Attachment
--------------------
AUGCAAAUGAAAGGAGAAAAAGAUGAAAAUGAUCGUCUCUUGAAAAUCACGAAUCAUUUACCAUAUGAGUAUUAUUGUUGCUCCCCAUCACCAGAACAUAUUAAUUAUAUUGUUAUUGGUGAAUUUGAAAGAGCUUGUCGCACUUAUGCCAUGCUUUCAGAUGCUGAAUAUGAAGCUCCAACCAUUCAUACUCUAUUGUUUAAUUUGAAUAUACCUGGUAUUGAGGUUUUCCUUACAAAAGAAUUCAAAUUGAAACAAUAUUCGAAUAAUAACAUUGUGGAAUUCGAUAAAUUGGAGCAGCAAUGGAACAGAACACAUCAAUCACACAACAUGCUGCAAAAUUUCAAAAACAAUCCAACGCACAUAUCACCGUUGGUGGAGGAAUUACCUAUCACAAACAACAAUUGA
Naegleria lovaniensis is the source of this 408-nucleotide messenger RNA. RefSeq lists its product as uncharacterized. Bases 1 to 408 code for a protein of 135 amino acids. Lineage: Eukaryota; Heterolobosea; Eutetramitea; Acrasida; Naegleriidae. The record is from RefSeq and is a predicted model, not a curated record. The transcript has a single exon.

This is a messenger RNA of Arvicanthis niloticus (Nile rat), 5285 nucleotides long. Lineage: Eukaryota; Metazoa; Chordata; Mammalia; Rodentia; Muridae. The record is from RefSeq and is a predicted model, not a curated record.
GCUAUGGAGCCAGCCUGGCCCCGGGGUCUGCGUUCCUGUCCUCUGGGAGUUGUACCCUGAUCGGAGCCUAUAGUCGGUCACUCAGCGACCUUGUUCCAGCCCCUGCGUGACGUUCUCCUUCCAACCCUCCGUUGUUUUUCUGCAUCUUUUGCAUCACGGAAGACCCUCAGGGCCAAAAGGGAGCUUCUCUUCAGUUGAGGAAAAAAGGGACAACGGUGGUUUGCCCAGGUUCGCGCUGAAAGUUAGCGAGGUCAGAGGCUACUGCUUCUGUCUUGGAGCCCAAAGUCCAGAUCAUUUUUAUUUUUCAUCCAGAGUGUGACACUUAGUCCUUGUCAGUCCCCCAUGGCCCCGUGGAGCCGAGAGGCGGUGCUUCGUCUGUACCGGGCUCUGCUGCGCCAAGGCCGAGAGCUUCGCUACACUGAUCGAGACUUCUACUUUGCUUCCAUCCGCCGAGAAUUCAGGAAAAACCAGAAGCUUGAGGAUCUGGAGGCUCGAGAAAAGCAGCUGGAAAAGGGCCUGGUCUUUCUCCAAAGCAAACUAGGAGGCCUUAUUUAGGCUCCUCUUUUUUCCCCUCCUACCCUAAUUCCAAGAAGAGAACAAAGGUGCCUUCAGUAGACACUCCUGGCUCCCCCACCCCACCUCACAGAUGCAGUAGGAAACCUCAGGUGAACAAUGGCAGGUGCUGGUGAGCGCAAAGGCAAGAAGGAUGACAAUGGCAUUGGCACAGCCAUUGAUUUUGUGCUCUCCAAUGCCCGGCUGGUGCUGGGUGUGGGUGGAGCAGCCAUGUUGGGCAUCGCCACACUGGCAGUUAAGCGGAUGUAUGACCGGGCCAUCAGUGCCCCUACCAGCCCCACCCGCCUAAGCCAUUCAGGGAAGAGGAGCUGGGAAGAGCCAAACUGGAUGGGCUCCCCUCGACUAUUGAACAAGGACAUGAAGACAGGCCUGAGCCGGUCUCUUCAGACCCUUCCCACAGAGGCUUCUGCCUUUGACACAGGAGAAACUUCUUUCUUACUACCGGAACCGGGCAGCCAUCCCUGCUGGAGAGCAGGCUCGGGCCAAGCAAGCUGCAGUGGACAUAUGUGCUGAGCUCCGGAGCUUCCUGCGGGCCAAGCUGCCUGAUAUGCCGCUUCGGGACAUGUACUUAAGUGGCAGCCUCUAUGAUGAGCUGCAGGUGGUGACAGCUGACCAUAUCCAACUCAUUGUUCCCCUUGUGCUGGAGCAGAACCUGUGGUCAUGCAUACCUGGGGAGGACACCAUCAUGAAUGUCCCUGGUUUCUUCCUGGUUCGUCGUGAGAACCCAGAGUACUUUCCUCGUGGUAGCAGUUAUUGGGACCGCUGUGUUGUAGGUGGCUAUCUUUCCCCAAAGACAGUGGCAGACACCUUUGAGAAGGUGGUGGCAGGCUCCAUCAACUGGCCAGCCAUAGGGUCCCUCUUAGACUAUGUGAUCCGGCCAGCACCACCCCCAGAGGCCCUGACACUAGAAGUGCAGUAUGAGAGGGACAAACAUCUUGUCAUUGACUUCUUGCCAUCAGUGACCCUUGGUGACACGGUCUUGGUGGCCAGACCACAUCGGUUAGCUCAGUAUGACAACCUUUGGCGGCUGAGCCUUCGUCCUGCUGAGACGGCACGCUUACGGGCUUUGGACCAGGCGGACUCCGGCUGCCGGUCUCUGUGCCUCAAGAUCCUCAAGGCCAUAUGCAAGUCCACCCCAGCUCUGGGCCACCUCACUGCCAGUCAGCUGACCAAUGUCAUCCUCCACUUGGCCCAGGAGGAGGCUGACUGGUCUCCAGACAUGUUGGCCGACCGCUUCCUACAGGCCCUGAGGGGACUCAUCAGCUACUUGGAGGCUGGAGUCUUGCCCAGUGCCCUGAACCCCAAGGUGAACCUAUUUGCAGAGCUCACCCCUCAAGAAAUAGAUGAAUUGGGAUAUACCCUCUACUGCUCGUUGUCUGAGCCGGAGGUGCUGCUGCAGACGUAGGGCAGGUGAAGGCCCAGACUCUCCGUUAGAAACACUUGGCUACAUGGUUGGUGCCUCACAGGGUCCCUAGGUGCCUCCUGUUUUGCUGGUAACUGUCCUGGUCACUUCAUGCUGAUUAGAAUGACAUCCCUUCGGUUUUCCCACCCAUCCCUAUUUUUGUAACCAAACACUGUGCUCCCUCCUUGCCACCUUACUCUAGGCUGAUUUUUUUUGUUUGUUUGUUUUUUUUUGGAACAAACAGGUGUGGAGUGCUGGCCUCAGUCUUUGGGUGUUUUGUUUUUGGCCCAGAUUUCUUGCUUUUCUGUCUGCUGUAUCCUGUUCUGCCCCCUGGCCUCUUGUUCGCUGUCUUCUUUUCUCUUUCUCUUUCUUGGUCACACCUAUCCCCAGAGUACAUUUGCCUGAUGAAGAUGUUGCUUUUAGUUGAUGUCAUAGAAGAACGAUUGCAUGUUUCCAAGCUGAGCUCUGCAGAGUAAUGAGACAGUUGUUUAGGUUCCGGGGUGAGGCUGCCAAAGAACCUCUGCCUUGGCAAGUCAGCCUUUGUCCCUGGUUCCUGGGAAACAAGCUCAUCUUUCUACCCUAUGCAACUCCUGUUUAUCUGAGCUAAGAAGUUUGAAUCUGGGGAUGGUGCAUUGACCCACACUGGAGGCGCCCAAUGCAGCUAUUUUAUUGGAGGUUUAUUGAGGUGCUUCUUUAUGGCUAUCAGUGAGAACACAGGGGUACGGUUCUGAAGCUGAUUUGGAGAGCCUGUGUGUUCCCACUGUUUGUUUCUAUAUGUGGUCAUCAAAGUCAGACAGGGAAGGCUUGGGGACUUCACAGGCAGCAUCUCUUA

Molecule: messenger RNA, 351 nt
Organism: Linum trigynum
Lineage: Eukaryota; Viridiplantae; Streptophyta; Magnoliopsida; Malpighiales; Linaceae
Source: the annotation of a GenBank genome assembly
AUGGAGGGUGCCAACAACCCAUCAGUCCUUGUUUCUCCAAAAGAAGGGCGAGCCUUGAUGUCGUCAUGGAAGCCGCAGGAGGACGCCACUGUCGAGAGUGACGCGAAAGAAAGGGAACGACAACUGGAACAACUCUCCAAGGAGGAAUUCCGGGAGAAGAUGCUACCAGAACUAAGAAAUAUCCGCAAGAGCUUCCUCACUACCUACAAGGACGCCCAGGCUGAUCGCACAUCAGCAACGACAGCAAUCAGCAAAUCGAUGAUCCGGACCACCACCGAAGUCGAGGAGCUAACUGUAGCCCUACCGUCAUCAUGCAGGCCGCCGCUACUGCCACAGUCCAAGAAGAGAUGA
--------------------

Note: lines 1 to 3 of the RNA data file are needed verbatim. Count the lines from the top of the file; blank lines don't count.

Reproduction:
AUGCAAAUGAAAGGAGAAAAAGAUGAAAAUGAUCGUCUCUUGAAAAUCACGAAUCAUUUACCAUAUGAGUAUUAUUGUUGCUCCCCAUCACCAGAACAUAUUAAUUAUAUUGUUAUUGGUGAAUUUGAAAGAGCUUGUCGCACUUAUGCCAUGCUUUCAGAUGCUGAAUAUGAAGCUCCAACCAUUCAUACUCUAUUGUUUAAUUUGAAUAUACCUGGUAUUGAGGUUUUCCUUACAAAAGAAUUCAAAUUGAAACAAUAUUCGAAUAAUAACAUUGUGGAAUUCGAUAAAUUGGAGCAGCAAUGGAACAGAACACAUCAAUCACACAACAUGCUGCAAAAUUUCAAAAACAAUCCAACGCACAUAUCACCGUUGGUGGAGGAAUUACCUAUCACAAACAACAAUUGA
Naegleria lovaniensis is the source of this 408-nucleotide messenger RNA. RefSeq lists its product as uncharacterized. Bases 1 to 408 code for a protein of 135 amino acids. Lineage: Eukaryota; Heterolobosea; Eutetramitea; Acrasida; Naegleriidae. The record is from RefSeq and is a predicted model, not a curated record. The transcript has a single exon.

This is a messenger RNA of Arvicanthis niloticus (Nile rat), 5285 nucleotides long. Lineage: Eukaryota; Metazoa; Chordata; Mammalia; Rodentia; Muridae. The record is from RefSeq and is a predicted model, not a curated record.